Puppies and babies are two of the cutest things in existence. Both are vulnerable and need a caretaker to nurture and teach them proper behavior. Many people have dogs years before they are ready for children.
Some people find that the lessons they learned raising a dog from puppyhood can later be related to raising a baby into a toddler and beyond. One thing is for sure – puppies and babies require a lot of patience, compassion, and attention.
Puppies Are a Crash Course in Motherhood
As much as parents hate comparisons between puppies and babies, they do share some things in common. They can’t talk, feed themselves or control their bladder at first. Oftentimes puppies are supposed to be the responsibility of the entire family. But in reality, moms take on the brunt of the work. Just like they do when it comes to babies.
More than half of all households own pets and a strong majority of those pets are dogs. An even higher percentage has children, meaning there are moms out there raising puppies and babies at the same time.
5 Similarities in Raising Puppies and Raising Babies
The depth of love aside, there’s no getting around the fact that puppies and babies have similar needs. For example, both are completely dependent on their caretaker.
Here are 5 ways a dog can prepare you for motherhood.
1. Potty training
Adult dogs and humans don’t come out of the womb potty-trained. They need to be trained to use the acceptable potty area. For puppies, that’s outside on the grass. Babies eventually need to transition from the diaper to the toilet.
The methods used to potty train the two are very different, though. The best way to train puppies is by slowly moving their puppy pad progressively closer to the door. Children are toddler-age before they are ready to be potty trained.
Despite the different methods, verbal cues and rewarding the correct behavior are used in both potty training scenarios. Most dog owners even clap their hands in excitement when their pup finally alerts them that they need to go outside.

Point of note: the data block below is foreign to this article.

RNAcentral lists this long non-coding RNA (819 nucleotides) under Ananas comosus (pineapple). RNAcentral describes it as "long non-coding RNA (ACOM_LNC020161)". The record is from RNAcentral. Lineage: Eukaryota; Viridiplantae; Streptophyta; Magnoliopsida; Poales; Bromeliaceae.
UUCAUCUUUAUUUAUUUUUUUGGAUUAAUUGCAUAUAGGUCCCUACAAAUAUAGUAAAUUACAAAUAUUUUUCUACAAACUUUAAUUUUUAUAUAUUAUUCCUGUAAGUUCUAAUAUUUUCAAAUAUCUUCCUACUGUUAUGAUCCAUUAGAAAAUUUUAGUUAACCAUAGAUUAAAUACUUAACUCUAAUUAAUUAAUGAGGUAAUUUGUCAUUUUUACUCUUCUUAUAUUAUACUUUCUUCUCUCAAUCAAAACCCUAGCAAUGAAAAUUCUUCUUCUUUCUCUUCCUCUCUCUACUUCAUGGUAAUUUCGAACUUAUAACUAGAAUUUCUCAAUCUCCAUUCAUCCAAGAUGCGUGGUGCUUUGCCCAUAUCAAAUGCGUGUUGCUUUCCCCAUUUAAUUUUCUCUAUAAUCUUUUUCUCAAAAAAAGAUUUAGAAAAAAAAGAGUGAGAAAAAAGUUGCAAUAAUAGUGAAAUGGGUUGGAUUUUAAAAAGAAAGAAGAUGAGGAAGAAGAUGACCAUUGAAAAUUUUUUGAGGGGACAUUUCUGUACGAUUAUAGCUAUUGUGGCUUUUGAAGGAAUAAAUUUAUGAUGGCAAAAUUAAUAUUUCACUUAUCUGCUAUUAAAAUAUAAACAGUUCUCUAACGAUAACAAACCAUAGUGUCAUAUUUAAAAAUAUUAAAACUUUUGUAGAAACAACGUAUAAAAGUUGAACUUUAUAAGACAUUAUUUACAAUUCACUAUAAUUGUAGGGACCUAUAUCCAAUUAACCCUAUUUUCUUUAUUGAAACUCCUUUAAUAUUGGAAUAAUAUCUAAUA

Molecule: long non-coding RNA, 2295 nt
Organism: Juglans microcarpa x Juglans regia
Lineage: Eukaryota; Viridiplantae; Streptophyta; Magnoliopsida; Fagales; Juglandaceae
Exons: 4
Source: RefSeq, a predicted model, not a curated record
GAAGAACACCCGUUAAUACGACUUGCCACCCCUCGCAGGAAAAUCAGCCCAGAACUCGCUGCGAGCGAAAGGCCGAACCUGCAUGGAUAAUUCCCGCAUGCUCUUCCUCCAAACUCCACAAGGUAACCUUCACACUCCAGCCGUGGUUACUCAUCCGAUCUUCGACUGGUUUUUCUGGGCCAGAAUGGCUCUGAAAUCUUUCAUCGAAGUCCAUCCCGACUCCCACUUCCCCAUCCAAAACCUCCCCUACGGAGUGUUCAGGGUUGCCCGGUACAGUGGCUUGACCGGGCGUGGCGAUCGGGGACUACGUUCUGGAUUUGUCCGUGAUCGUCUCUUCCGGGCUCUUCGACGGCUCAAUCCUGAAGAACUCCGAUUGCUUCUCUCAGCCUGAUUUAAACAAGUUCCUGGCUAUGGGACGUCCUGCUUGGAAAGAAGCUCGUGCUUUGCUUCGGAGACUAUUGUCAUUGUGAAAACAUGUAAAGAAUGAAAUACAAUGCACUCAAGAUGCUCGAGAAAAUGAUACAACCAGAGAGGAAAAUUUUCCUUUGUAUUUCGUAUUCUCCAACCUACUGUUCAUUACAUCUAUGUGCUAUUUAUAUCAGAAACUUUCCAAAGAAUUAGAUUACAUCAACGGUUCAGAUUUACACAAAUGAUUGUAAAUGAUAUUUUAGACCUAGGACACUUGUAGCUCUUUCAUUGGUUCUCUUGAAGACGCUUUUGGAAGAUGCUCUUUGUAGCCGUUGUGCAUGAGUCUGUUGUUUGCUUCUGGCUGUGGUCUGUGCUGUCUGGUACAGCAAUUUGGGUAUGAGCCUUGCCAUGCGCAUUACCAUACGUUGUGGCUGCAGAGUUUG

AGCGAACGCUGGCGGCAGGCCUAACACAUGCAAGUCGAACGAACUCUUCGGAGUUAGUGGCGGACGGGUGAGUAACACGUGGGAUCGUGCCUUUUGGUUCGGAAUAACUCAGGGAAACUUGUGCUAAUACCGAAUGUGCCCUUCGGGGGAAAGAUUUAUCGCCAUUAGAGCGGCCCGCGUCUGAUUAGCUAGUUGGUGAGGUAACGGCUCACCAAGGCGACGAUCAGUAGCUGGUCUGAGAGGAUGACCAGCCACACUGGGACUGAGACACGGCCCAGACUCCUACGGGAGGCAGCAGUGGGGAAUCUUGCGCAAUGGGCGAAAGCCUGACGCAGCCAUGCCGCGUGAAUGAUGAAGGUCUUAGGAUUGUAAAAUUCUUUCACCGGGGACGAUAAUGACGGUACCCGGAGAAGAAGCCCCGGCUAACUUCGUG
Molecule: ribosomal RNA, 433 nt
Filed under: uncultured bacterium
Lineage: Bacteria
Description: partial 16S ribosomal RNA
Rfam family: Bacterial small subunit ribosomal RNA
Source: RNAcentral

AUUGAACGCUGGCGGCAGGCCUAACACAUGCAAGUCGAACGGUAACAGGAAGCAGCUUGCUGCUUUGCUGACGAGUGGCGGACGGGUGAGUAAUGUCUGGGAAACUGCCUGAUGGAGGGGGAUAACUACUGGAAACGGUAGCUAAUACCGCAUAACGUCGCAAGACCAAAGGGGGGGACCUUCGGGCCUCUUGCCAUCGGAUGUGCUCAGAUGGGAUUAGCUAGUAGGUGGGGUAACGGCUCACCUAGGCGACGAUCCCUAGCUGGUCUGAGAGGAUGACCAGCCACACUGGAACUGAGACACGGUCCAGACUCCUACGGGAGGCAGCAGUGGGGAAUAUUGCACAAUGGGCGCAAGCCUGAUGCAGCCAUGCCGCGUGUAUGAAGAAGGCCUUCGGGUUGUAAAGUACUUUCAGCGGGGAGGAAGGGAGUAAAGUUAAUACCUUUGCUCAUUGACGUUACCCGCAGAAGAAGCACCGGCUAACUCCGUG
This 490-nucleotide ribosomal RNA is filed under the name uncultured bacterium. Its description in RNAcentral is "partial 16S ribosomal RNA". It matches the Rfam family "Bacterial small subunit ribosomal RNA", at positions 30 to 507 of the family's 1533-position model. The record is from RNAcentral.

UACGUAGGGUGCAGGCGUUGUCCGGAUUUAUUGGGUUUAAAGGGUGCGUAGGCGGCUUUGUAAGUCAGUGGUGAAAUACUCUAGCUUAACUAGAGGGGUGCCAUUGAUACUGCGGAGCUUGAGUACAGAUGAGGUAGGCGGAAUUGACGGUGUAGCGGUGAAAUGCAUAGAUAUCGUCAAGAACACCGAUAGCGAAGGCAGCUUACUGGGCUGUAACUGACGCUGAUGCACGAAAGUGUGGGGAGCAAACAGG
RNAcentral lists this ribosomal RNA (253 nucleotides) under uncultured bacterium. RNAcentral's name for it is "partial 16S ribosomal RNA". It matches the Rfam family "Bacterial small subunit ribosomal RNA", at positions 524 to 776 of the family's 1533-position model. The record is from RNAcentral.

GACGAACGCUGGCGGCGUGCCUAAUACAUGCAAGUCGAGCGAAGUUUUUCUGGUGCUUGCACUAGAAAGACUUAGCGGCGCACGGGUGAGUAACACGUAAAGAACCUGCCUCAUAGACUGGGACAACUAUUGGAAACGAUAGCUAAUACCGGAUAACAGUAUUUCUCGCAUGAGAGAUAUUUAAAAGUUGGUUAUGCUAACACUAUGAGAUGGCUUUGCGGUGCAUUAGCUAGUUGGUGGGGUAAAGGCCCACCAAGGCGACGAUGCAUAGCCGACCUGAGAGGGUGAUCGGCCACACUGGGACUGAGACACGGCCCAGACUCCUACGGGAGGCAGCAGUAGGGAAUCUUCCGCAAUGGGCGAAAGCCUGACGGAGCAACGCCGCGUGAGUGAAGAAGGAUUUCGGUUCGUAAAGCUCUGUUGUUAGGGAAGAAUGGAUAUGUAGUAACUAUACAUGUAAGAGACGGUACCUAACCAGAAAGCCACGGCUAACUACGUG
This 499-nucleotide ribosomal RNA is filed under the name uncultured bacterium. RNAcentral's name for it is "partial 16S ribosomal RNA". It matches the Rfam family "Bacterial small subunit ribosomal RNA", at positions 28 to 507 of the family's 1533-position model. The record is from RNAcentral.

Everyone knows babies are expensive, but dogs are, too. They need routine vaccinations, check-ups, etc. One may say that puppies eat almost as much as babies do. Aside from the necessities for the dog’s care, dog products are now a billion-dollar industry.
From dog-sized clothing to dog beds, pet owners are shelling out almost as much money annually as new parents. On the upside, dogs don’t go to college, so that’s one cost dog owners don’t have to worry about.
3. Non-Verbal Cues
Not being able to talk is another thing dogs and babies definitely have in common. However, that doesn’t mean dogs are dumb. Many studies show dogs can understand some vocabulary words, just like a toddler learning to talk.
Without being able to verbally ask your dog or baby what they need, dog owners and mothers pick up on visual or hearing cues. If a baby cries, a mom can usually differentiate between a cry of hunger and a cry of pain.
Similarly, a dog barking at a danger will sound different from a playful bark. Eventually, dog owners can know immediately what their dog wants without needing it verbally expressed. Which is a good thing because dogs can’t talk. Life would be a lot better if they could!
Eventually, new moms may want to return to work. That will require finding safe and consistent daycare. With puppies, daycare isn’t a requirement, but more and more dog owners are making use of the growing number of doggie daycares.
As a puppy grows older, the need for constant supervision can lessen. In fact, many dog owners let their dogs have free roam of the house when they go anywhere. But getting past those puppy and baby dog eyes to leave the house leads to the next lesson.
Mom guilt is a real thing and it’s strong. Toddlers and young children are experts at making parents feel bad for leaving the house, for not buying them the toy they want, etc. Dogs apparently attended the same guilt class because their guilt game is just as strong.
That’s particularly true if the owner uses a crate to contain the pup while they aren’t at home.
The best way to avoid crate guilt is to start crate training your puppy early. Crates should give your dog the safe feeling of a den. If you do go the crate route, it’s important to stay consistent and not give in to whines or puppy dog eyes.
Puppies Are a Lot of Work, Too
That’s another similarity with raising puppies and raising babies: they both need consistency. Getting your dog on a feeding and potty schedule can help with training your dog. It can also prepare you for motherhood because you have to be strict, yet compassionate.
As much as parents hate to admit it, there are some commonalities between training a puppy and raising a baby. Admitting this doesn’t lessen the love they have for their babies. These are basic, biological similarities.